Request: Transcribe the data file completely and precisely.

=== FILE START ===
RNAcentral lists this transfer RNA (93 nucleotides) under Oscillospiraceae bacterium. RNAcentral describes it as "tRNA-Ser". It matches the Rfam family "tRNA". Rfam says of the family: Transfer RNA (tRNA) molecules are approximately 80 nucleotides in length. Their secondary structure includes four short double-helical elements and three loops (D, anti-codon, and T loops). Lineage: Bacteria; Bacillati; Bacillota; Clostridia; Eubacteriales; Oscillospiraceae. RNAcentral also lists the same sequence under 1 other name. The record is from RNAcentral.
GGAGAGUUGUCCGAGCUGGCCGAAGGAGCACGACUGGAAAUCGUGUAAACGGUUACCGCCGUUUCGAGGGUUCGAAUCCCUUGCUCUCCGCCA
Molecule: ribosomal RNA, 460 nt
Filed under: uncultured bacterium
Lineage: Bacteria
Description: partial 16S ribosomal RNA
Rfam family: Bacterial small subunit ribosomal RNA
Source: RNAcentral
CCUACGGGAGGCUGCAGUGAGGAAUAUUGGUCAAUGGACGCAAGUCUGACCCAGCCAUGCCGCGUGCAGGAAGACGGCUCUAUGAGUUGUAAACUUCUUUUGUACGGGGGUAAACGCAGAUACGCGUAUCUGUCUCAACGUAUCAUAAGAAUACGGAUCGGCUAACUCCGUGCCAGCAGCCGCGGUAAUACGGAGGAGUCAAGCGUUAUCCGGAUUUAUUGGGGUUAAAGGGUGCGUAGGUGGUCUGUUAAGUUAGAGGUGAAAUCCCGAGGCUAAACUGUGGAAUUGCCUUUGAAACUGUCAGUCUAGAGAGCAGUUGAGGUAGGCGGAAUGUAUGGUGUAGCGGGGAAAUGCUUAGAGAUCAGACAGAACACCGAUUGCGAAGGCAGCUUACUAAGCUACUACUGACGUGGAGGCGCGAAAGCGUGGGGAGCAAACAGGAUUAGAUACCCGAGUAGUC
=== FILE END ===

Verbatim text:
RNAcentral lists this transfer RNA (93 nucleotides) under Oscillospiraceae bacterium. RNAcentral describes it as "tRNA-Ser". It matches the Rfam family "tRNA". Rfam says of the family: Transfer RNA (tRNA) molecules are approximately 80 nucleotides in length. Their secondary structure includes four short double-helical elements and three loops (D, anti-codon, and T loops). Lineage: Bacteria; Bacillati; Bacillota; Clostridia; Eubacteriales; Oscillospiraceae. RNAcentral also lists the same sequence under 1 other name. The record is from RNAcentral.
GGAGAGUUGUCCGAGCUGGCCGAAGGAGCACGACUGGAAAUCGUGUAAACGGUUACCGCCGUUUCGAGGGUUCGAAUCCCUUGCUCUCCGCCA
Molecule: ribosomal RNA, 460 nt
Filed under: uncultured bacterium
Lineage: Bacteria
Description: partial 16S ribosomal RNA
Rfam family: Bacterial small subunit ribosomal RNA
Source: RNAcentral
CCUACGGGAGGCUGCAGUGAGGAAUAUUGGUCAAUGGACGCAAGUCUGACCCAGCCAUGCCGCGUGCAGGAAGACGGCUCUAUGAGUUGUAAACUUCUUUUGUACGGGGGUAAACGCAGAUACGCGUAUCUGUCUCAACGUAUCAUAAGAAUACGGAUCGGCUAACUCCGUGCCAGCAGCCGCGGUAAUACGGAGGAGUCAAGCGUUAUCCGGAUUUAUUGGGGUUAAAGGGUGCGUAGGUGGUCUGUUAAGUUAGAGGUGAAAUCCCGAGGCUAAACUGUGGAAUUGCCUUUGAAACUGUCAGUCUAGAGAGCAGUUGAGGUAGGCGGAAUGUAUGGUGUAGCGGGGAAAUGCUUAGAGAUCAGACAGAACACCGAUUGCGAAGGCAGCUUACUAAGCUACUACUGACGUGGAGGCGCGAAAGCGUGGGGAGCAAACAGGAUUAGAUACCCGAGUAGUC